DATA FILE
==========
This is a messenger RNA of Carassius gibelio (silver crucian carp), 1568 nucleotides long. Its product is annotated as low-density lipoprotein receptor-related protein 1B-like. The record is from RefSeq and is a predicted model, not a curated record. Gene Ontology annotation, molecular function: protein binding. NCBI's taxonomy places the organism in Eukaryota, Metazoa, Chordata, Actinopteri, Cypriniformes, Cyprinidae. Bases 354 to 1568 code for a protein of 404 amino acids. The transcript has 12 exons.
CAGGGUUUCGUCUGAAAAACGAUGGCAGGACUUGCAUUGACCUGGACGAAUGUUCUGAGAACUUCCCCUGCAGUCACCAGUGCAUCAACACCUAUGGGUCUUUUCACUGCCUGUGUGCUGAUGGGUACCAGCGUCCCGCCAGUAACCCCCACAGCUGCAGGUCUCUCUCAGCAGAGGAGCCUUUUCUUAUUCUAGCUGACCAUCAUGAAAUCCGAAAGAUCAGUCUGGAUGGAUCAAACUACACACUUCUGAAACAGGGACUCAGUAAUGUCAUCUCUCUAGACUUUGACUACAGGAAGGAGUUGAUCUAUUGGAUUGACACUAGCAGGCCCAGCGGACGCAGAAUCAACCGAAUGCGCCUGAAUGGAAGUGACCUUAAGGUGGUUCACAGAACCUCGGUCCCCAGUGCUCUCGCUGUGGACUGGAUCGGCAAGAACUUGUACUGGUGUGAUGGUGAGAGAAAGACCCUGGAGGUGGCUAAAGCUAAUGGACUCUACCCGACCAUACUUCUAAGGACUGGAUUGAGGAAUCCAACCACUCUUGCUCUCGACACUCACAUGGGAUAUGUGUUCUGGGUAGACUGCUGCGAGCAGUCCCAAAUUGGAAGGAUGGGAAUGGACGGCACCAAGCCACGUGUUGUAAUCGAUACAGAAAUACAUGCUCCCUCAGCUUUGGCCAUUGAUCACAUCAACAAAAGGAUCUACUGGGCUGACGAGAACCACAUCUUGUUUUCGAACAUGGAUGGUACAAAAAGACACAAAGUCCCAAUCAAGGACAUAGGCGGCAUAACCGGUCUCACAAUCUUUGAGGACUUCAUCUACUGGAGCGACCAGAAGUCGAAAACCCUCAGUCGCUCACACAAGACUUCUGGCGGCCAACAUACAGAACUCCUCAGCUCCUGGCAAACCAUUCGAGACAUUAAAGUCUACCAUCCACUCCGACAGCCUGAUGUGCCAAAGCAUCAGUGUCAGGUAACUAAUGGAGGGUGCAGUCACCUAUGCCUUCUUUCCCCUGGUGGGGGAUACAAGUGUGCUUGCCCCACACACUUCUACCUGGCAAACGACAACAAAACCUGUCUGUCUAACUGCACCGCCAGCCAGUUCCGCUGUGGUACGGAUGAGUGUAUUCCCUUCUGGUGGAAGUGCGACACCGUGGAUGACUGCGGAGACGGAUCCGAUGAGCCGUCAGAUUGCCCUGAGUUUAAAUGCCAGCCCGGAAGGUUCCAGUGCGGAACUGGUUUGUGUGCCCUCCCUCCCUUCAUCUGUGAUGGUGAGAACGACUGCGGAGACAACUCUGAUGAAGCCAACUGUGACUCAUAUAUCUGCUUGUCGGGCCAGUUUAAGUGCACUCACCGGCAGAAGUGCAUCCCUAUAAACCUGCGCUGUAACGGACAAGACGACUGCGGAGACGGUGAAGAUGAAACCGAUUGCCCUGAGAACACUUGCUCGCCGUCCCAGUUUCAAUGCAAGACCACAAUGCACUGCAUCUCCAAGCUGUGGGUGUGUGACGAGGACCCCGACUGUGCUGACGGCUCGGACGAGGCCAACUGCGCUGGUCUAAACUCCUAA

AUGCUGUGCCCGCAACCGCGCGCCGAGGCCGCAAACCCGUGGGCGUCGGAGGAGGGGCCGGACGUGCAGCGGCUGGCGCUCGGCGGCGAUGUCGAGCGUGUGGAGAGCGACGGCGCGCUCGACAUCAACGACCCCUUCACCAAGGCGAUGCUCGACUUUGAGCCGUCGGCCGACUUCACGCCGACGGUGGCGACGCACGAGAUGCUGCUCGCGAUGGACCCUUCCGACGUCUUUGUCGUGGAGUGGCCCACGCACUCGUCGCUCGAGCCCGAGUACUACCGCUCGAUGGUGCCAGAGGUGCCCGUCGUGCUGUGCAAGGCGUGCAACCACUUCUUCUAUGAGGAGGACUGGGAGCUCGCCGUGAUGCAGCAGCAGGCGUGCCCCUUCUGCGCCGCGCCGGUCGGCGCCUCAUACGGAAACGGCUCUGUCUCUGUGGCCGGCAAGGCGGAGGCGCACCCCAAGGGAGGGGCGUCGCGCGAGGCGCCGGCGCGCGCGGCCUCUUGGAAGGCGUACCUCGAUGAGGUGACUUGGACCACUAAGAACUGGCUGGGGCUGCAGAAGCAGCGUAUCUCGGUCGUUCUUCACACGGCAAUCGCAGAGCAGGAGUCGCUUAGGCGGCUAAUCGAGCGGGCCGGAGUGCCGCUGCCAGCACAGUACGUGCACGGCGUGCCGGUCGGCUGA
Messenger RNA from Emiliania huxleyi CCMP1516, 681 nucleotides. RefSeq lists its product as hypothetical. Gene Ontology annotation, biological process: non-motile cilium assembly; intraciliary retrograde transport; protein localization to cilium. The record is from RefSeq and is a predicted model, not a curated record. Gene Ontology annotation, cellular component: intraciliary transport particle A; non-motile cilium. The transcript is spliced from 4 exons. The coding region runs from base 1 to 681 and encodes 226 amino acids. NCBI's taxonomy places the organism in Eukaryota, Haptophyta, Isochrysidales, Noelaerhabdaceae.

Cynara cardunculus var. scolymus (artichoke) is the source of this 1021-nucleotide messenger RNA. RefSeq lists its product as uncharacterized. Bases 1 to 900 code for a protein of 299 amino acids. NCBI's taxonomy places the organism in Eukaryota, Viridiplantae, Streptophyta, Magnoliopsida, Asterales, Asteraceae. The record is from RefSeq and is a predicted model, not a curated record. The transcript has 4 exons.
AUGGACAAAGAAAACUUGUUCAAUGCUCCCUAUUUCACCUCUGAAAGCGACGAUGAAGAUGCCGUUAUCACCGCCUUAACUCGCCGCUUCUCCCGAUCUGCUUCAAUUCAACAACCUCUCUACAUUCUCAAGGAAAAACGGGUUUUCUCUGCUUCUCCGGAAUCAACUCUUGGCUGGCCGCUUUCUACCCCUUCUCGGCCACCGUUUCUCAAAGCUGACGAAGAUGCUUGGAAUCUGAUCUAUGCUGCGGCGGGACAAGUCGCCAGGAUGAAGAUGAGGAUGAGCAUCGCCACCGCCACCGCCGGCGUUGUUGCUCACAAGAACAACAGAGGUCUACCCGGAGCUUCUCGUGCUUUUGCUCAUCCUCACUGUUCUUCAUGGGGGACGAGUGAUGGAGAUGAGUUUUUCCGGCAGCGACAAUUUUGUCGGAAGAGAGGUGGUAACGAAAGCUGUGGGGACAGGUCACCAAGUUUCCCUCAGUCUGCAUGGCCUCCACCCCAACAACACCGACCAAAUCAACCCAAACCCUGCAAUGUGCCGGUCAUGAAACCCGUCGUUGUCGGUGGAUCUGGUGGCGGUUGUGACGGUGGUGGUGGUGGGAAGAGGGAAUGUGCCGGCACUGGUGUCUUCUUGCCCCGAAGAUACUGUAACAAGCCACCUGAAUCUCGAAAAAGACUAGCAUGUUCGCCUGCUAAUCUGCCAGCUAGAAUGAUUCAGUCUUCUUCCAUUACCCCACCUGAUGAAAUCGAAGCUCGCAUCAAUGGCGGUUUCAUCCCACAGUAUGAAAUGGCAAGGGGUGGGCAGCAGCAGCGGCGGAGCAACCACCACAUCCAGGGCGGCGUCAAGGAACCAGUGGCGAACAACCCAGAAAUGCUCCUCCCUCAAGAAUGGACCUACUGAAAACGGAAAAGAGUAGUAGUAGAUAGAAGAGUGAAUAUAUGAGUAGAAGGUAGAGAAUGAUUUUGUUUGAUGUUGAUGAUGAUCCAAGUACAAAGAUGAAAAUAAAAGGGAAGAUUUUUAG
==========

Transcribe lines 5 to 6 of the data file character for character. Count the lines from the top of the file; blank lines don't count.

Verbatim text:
Cynara cardunculus var. scolymus (artichoke) is the source of this 1021-nucleotide messenger RNA. RefSeq lists its product as uncharacterized. Bases 1 to 900 code for a protein of 299 amino acids. NCBI's taxonomy places the organism in Eukaryota, Viridiplantae, Streptophyta, Magnoliopsida, Asterales, Asteraceae. The record is from RefSeq and is a predicted model, not a curated record. The transcript has 4 exons.
AUGGACAAAGAAAACUUGUUCAAUGCUCCCUAUUUCACCUCUGAAAGCGACGAUGAAGAUGCCGUUAUCACCGCCUUAACUCGCCGCUUCUCCCGAUCUGCUUCAAUUCAACAACCUCUCUACAUUCUCAAGGAAAAACGGGUUUUCUCUGCUUCUCCGGAAUCAACUCUUGGCUGGCCGCUUUCUACCCCUUCUCGGCCACCGUUUCUCAAAGCUGACGAAGAUGCUUGGAAUCUGAUCUAUGCUGCGGCGGGACAAGUCGCCAGGAUGAAGAUGAGGAUGAGCAUCGCCACCGCCACCGCCGGCGUUGUUGCUCACAAGAACAACAGAGGUCUACCCGGAGCUUCUCGUGCUUUUGCUCAUCCUCACUGUUCUUCAUGGGGGACGAGUGAUGGAGAUGAGUUUUUCCGGCAGCGACAAUUUUGUCGGAAGAGAGGUGGUAACGAAAGCUGUGGGGACAGGUCACCAAGUUUCCCUCAGUCUGCAUGGCCUCCACCCCAACAACACCGACCAAAUCAACCCAAACCCUGCAAUGUGCCGGUCAUGAAACCCGUCGUUGUCGGUGGAUCUGGUGGCGGUUGUGACGGUGGUGGUGGUGGGAAGAGGGAAUGUGCCGGCACUGGUGUCUUCUUGCCCCGAAGAUACUGUAACAAGCCACCUGAAUCUCGAAAAAGACUAGCAUGUUCGCCUGCUAAUCUGCCAGCUAGAAUGAUUCAGUCUUCUUCCAUUACCCCACCUGAUGAAAUCGAAGCUCGCAUCAAUGGCGGUUUCAUCCCACAGUAUGAAAUGGCAAGGGGUGGGCAGCAGCAGCGGCGGAGCAACCACCACAUCCAGGGCGGCGUCAAGGAACCAGUGGCGAACAACCCAGAAAUGCUCCUCCCUCAAGAAUGGACCUACUGAAAACGGAAAAGAGUAGUAGUAGAUAGAAGAGUGAAUAUAUGAGUAGAAGGUAGAGAAUGAUUUUGUUUGAUGUUGAUGAUGAUCCAAGUACAAAGAUGAAAAUAAAAGGGAAGAUUUUUAG